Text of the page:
One of the struggles many dating Christians face is sexual intimacy.
Our first encounter with our sexuality is probably when we hit puberty. That’s when our hormones start to fluctuate – leading visibly to our bodily appearances changing. It’s normal to start experiencing sexual desires, even in early adulthood, which led me to ponder:
- Why would God create humans to experience sexual desires in the teenage years, which may lead to premarital sex, yet He continues to say there should not be any sexual immorality amongst us (Ephesians 5:3-4)?
- Why does the Bible say no to premarital sex (Hebrews 13:4), when there is almost a 10 to 20 year gap from the initial sexual desire to actually being able to marry?
But before we go any further, let’s begin by thinking why we should even seek to be pure in the first place. Firstly, the Bible says to “Put to death, therefore, whatever belongs to your earthly nature: sexual immorality, impurity, lust, evil desires and greed, which is idolatry” (Colossians 3:5).
1 Thessalonians 4:3-5 also tells us that “It is God’s will that you should be sanctified: that you should avoid sexual immorality; that each of you should learn to control your own body in a way that is holy and honourable, not in passionate lust like the pagans, who do not know God”.
In those verses, God calls us to live as people made alive in Christ — who live to please Him. “For God did not call us to be impure, but to live a holy life.” (1 Thessalonians 4:7).
Purity is about more than just giving the most treasured gifts to one’s partner, such as virginity — it is obedience to God’s Word.
Sex is not dirty: it is a gift by God to a man and woman united in holy matrimony.
And sex is not a selfish thing for fulfilling one’s own desires. Since everything in creation was pleasing to God (Genesis 1:31), there is moral and spiritual goodness to be found in sex that honours God.
In the context of a marriage, the sexual intimacy (Proverbs 5:19) God wants us to enjoy must come with servanthood and love. Because I love my partner, I want to fulfil his desires — and he wants to fulfil mine.
God gave us this amazing gift to enjoy together with our partner, because sex was never designed for the self.
The idolatry of sex and obsessive guilt over sex accomplish the same thing – they keep the focus on self, whether it is our of enjoyment or despair.
In his book, Sacred Marriage, Gary Thomas writes, “the idolatry of sex and obsessive guilt over sex accomplish the same thing – they keep the focus on self, whether it is our of enjoyment or despair. Gratitude, on the other hand, turns our hearts towards God.”
I’m not here to condemn anyone who’s struggling in the area of premarital sex, but to share on why I feel that sexual intimacy outside of marriage has its problems.
Many people find it hard to restore their state of mind, after breakups of relationships that were sexual in nature. Ask the scientist or psychologist, they can tell you that sex rewires your brain.
I won’t dive into this, but my point is that sex has immense effects on our mind and heart. There’s definitely a reason why God put the confines of marriage around it.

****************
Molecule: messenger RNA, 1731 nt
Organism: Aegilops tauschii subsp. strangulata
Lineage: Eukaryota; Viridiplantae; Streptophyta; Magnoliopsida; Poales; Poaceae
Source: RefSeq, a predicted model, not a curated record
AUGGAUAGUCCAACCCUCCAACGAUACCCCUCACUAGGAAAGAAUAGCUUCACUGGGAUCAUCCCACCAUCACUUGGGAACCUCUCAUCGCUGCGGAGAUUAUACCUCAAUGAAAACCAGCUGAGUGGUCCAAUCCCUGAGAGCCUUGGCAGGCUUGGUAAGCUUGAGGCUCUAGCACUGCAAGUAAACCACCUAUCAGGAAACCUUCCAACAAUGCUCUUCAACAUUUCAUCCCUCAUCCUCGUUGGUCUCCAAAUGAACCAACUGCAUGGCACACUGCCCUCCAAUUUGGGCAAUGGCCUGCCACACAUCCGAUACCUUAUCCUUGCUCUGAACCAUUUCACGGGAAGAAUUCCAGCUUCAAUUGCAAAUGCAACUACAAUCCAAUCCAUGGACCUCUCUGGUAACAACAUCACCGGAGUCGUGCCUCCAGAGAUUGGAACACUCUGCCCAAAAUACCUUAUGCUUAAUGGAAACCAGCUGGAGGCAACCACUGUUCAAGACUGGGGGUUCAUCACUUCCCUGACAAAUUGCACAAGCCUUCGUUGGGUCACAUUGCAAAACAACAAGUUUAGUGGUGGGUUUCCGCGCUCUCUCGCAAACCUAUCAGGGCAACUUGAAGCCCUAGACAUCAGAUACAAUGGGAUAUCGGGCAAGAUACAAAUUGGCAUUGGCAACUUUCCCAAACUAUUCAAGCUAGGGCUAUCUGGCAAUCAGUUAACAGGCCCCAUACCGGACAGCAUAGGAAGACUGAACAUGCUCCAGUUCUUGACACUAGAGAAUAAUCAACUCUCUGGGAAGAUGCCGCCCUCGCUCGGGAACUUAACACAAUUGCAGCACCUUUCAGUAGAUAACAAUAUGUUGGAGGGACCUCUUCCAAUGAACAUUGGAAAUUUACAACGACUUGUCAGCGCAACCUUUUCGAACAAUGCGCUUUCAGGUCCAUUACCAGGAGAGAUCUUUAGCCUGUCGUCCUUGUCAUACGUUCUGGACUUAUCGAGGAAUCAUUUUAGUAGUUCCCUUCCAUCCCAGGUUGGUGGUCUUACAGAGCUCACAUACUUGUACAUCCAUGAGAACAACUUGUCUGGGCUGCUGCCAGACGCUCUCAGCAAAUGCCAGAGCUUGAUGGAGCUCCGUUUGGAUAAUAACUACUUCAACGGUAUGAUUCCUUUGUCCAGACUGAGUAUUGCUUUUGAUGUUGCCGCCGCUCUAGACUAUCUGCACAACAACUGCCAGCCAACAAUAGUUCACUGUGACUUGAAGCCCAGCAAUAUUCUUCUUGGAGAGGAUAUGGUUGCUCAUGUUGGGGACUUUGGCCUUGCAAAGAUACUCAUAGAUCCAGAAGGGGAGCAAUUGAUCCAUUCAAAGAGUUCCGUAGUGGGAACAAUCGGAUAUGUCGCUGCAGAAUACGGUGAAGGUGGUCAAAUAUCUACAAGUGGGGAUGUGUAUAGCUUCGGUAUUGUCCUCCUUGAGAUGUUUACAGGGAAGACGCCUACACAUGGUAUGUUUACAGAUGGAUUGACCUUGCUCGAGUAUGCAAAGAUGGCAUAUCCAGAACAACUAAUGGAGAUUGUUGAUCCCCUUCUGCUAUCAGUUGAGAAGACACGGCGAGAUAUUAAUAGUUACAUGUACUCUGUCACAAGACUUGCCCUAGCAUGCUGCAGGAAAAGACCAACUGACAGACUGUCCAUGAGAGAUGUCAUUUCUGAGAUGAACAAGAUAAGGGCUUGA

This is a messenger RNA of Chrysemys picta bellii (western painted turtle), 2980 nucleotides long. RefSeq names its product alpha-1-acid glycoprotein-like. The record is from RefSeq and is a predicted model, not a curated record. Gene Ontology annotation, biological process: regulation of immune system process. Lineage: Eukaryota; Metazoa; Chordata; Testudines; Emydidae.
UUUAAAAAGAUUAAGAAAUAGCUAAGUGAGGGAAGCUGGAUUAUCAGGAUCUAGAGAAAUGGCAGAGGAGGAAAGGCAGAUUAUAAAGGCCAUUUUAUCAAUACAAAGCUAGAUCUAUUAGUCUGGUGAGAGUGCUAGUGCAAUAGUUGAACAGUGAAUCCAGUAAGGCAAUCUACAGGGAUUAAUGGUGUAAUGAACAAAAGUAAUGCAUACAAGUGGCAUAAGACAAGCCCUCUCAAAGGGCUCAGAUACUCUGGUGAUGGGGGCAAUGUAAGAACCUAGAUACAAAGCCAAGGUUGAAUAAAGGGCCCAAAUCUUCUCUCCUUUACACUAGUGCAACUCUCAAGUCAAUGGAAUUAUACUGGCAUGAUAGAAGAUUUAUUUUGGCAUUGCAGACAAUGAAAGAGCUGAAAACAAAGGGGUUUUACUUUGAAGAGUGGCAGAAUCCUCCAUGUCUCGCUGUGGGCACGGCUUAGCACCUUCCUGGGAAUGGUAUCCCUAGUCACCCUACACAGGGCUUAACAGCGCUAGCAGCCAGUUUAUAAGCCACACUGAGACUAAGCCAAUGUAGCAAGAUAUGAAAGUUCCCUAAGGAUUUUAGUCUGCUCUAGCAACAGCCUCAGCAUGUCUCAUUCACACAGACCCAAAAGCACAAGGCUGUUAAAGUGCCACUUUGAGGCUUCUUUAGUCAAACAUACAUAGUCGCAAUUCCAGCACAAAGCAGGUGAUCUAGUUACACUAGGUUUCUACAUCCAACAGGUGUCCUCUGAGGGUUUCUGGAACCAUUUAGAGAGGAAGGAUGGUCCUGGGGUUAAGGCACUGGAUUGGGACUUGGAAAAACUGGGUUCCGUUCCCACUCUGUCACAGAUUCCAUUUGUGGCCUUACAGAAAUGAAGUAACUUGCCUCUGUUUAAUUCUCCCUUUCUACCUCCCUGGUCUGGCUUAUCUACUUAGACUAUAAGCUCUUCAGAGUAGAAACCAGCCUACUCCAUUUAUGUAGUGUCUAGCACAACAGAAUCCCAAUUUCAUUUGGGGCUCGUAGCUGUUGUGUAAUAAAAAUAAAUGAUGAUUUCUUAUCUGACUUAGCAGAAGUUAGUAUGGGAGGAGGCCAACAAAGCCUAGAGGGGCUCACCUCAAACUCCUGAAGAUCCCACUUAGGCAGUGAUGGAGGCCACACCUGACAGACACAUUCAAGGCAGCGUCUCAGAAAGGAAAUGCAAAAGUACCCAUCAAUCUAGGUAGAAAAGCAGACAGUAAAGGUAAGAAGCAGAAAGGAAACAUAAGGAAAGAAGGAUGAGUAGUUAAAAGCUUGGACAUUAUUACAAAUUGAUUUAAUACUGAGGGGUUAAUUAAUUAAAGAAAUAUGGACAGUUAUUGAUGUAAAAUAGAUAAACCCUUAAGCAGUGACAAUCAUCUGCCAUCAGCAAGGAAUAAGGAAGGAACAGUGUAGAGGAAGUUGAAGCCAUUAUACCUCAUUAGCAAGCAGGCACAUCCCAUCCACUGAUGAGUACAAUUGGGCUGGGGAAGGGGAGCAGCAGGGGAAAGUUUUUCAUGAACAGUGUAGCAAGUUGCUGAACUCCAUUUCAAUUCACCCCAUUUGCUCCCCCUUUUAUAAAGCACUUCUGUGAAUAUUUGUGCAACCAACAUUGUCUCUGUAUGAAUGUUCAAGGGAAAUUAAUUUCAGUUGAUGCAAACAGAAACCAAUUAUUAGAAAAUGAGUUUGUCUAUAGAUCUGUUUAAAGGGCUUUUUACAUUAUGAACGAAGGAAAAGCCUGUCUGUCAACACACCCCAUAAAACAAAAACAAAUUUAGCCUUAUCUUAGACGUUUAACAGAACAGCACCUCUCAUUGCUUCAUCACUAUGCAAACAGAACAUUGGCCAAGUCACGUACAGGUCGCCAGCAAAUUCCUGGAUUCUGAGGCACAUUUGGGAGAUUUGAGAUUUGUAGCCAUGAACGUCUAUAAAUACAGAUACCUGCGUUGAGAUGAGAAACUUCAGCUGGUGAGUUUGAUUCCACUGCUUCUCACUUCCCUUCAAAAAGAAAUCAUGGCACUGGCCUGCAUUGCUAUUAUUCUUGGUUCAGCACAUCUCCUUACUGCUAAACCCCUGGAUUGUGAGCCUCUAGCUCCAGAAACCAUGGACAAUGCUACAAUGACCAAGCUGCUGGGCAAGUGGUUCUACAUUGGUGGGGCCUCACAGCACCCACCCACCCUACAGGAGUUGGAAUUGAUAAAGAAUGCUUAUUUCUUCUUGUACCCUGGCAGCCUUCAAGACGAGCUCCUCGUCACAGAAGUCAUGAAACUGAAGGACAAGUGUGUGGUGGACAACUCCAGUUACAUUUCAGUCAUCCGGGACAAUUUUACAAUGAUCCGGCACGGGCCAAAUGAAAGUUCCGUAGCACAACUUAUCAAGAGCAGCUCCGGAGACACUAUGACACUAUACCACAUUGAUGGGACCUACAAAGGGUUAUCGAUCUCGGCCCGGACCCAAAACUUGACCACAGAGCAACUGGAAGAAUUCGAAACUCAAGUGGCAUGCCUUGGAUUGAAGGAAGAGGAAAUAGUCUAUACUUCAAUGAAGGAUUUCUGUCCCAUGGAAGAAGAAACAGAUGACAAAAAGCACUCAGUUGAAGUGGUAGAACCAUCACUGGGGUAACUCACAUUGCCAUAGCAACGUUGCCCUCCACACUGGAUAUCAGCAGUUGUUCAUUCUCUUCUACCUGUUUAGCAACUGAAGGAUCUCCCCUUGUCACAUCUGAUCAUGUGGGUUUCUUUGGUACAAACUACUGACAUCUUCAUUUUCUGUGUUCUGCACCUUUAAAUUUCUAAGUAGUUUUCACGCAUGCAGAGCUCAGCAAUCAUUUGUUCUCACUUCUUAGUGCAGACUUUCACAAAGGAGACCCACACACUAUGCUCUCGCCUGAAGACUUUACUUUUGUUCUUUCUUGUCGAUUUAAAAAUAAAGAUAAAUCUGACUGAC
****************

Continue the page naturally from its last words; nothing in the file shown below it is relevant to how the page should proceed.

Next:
In the pursuit of sexual purity, we must set healthy boundaries.
Now is there a hard and fast rule for an acceptable level of intimacy in a relationship? Some find kissing to be acceptable outside of marriage while some don’t. I’m leaning to the latter view because I feel sexual intimacy does encompass kissing.
In Gary Thomas’ Sacred Search, kissing is part of sexual intimacy. To take something like kissing out for personal enjoyment is missing out on the “whole package” of sexual intimacy that God has gifted to us.
In setting such boundaries, we must consider the Gospel. It is written in Titus 2:12-13, “It teaches us to say ‘no’ to ungodliness and worldly passions, and to live self-controlled, upright and godly lives in this present age, while we wait for the blessed hope—the appearing of the glory of our great God and Saviour, Jesus Christ.”
Our lives must be good testimonies in every area, seen or unseen.
Left to our fallen nature, we are not inclined to make decisions that honour God or align with His will.
And even as we do our best to be “perfect” Christians (Matthew 5:48), we can never truly be like God.
But there is hope in knowing that God is with us. He gave His word to guide us in our lives. And the very Spirit of God dwells in each of us (Romans 8:9) — there is help from on high!
Commit to walking in the Spirit every day (Galatians 5:25). We walk in the Spirit when the desires of the Spirit are stronger than the flesh, when we no longer seek to gratify the desires of the flesh.
Whatever mistakes we’ve made along the way, let it compel us to live in fear of the Lord. And while we acknowledge our sinfulness and utter need of God, we must also know that no sin is too great for Jesus to bear! God has forgiven us and only He can sanctify us each day.
“The believer who conducts his marriage as in the Lord will seek to make his marriage transcend mere sexuality by emphasising his fellowship with God.” (Otto Piper)
Strive to build a God-centred relationship. Spur each other on to walk in the Spirit and don’t lose hope! Build each other up in love and focus on your relationship with God. Lovers of God will grasp the beauty of His commandments, and that will bear spiritual fruit in the relationship.
And in time, you will also teach your children to seek purity and godly love.
This was originally posted on Stella’s blog, and has been republished with permission.